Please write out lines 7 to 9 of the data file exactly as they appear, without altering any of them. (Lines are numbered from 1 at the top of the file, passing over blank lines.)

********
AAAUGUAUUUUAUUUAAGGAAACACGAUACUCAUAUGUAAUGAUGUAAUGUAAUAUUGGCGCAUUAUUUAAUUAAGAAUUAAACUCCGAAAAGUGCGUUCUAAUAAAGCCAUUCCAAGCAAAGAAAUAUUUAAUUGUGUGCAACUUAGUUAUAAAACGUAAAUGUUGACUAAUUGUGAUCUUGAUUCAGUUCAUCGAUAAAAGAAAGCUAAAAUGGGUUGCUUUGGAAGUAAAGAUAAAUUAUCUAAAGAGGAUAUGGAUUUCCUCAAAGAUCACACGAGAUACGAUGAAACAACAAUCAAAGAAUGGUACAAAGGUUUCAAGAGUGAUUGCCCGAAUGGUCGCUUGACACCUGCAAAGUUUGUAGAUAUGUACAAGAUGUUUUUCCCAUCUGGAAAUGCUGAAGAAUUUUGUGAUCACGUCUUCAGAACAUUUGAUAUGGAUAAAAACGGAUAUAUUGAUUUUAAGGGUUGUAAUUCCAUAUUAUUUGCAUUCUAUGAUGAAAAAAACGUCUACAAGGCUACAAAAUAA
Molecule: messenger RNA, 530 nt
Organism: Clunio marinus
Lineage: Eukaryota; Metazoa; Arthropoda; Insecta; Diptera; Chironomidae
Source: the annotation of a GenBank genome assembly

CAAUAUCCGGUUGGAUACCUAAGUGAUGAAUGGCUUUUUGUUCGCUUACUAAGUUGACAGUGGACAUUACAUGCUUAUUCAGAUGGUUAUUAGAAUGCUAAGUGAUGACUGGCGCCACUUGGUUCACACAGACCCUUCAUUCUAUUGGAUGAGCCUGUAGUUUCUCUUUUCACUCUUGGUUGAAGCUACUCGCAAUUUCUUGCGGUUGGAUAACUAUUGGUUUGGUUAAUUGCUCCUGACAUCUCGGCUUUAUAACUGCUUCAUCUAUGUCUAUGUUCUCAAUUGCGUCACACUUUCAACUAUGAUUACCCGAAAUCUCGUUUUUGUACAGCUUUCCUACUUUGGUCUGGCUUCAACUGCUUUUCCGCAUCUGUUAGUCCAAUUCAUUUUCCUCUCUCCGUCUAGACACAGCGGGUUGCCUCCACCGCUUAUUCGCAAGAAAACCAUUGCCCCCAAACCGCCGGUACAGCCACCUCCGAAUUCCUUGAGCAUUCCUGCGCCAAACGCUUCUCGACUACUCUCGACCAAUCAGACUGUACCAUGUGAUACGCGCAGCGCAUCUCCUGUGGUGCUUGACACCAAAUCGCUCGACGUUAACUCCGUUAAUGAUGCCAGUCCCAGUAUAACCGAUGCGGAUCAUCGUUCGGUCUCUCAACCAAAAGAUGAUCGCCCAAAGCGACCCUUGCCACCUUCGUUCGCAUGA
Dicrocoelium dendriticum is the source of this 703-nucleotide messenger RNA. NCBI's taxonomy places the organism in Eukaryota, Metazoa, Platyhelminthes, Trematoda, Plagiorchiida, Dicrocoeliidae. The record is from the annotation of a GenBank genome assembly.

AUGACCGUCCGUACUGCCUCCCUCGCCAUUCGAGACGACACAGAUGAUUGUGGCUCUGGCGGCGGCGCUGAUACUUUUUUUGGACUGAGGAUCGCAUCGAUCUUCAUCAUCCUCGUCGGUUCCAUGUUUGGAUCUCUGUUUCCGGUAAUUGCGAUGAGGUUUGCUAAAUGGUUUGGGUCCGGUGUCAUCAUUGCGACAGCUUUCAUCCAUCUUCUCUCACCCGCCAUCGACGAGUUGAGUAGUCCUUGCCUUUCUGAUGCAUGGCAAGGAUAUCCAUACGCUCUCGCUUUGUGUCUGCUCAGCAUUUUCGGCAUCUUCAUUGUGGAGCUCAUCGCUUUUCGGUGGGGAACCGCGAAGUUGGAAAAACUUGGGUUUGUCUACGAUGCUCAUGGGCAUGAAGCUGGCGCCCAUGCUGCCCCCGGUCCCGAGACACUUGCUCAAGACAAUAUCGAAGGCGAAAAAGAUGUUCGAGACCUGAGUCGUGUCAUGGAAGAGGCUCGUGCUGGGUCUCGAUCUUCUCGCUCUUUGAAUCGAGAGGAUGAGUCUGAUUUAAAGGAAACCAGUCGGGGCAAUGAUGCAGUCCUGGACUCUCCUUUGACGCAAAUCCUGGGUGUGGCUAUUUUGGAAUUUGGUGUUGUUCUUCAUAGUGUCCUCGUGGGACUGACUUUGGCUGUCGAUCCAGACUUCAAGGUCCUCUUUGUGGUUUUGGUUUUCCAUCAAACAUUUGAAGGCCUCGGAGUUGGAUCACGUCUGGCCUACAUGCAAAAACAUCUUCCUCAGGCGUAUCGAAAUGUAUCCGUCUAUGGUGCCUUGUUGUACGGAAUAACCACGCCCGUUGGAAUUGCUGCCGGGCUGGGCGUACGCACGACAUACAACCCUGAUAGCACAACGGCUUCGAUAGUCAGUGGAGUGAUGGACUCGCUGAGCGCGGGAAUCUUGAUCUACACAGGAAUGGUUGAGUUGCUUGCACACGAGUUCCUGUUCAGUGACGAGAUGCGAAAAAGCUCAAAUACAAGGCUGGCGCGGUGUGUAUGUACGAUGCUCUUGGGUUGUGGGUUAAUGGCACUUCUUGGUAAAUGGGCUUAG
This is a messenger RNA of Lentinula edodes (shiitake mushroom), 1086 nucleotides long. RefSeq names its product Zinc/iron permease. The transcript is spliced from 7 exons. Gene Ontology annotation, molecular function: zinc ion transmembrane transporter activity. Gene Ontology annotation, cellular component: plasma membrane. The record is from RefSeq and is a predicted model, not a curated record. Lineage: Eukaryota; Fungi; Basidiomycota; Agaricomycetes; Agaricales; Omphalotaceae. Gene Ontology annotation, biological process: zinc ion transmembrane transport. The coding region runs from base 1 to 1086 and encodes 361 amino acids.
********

Dicrocoelium dendriticum is the source of this 703-nucleotide messenger RNA. NCBI's taxonomy places the organism in Eukaryota, Metazoa, Platyhelminthes, Trematoda, Plagiorchiida, Dicrocoeliidae. The record is from the annotation of a GenBank genome assembly.

AUGACCGUCCGUACUGCCUCCCUCGCCAUUCGAGACGACACAGAUGAUUGUGGCUCUGGCGGCGGCGCUGAUACUUUUUUUGGACUGAGGAUCGCAUCGAUCUUCAUCAUCCUCGUCGGUUCCAUGUUUGGAUCUCUGUUUCCGGUAAUUGCGAUGAGGUUUGCUAAAUGGUUUGGGUCCGGUGUCAUCAUUGCGACAGCUUUCAUCCAUCUUCUCUCACCCGCCAUCGACGAGUUGAGUAGUCCUUGCCUUUCUGAUGCAUGGCAAGGAUAUCCAUACGCUCUCGCUUUGUGUCUGCUCAGCAUUUUCGGCAUCUUCAUUGUGGAGCUCAUCGCUUUUCGGUGGGGAACCGCGAAGUUGGAAAAACUUGGGUUUGUCUACGAUGCUCAUGGGCAUGAAGCUGGCGCCCAUGCUGCCCCCGGUCCCGAGACACUUGCUCAAGACAAUAUCGAAGGCGAAAAAGAUGUUCGAGACCUGAGUCGUGUCAUGGAAGAGGCUCGUGCUGGGUCUCGAUCUUCUCGCUCUUUGAAUCGAGAGGAUGAGUCUGAUUUAAAGGAAACCAGUCGGGGCAAUGAUGCAGUCCUGGACUCUCCUUUGACGCAAAUCCUGGGUGUGGCUAUUUUGGAAUUUGGUGUUGUUCUUCAUAGUGUCCUCGUGGGACUGACUUUGGCUGUCGAUCCAGACUUCAAGGUCCUCUUUGUGGUUUUGGUUUUCCAUCAAACAUUUGAAGGCCUCGGAGUUGGAUCACGUCUGGCCUACAUGCAAAAACAUCUUCCUCAGGCGUAUCGAAAUGUAUCCGUCUAUGGUGCCUUGUUGUACGGAAUAACCACGCCCGUUGGAAUUGCUGCCGGGCUGGGCGUACGCACGACAUACAACCCUGAUAGCACAACGGCUUCGAUAGUCAGUGGAGUGAUGGACUCGCUGAGCGCGGGAAUCUUGAUCUACACAGGAAUGGUUGAGUUGCUUGCACACGAGUUCCUGUUCAGUGACGAGAUGCGAAAAAGCUCAAAUACAAGGCUGGCGCGGUGUGUAUGUACGAUGCUCUUGGGUUGUGGGUUAAUGGCACUUCUUGGUAAAUGGGCUUAG
This is a messenger RNA of Lentinula edodes (shiitake mushroom), 1086 nucleotides long. RefSeq names its product Zinc/iron permease. The transcript is spliced from 7 exons. Gene Ontology annotation, molecular function: zinc ion transmembrane transporter activity. Gene Ontology annotation, cellular component: plasma membrane. The record is from RefSeq and is a predicted model, not a curated record. Lineage: Eukaryota; Fungi; Basidiomycota; Agaricomycetes; Agaricales; Omphalotaceae. Gene Ontology annotation, biological process: zinc ion transmembrane transport. The coding region runs from base 1 to 1086 and encodes 361 amino acids.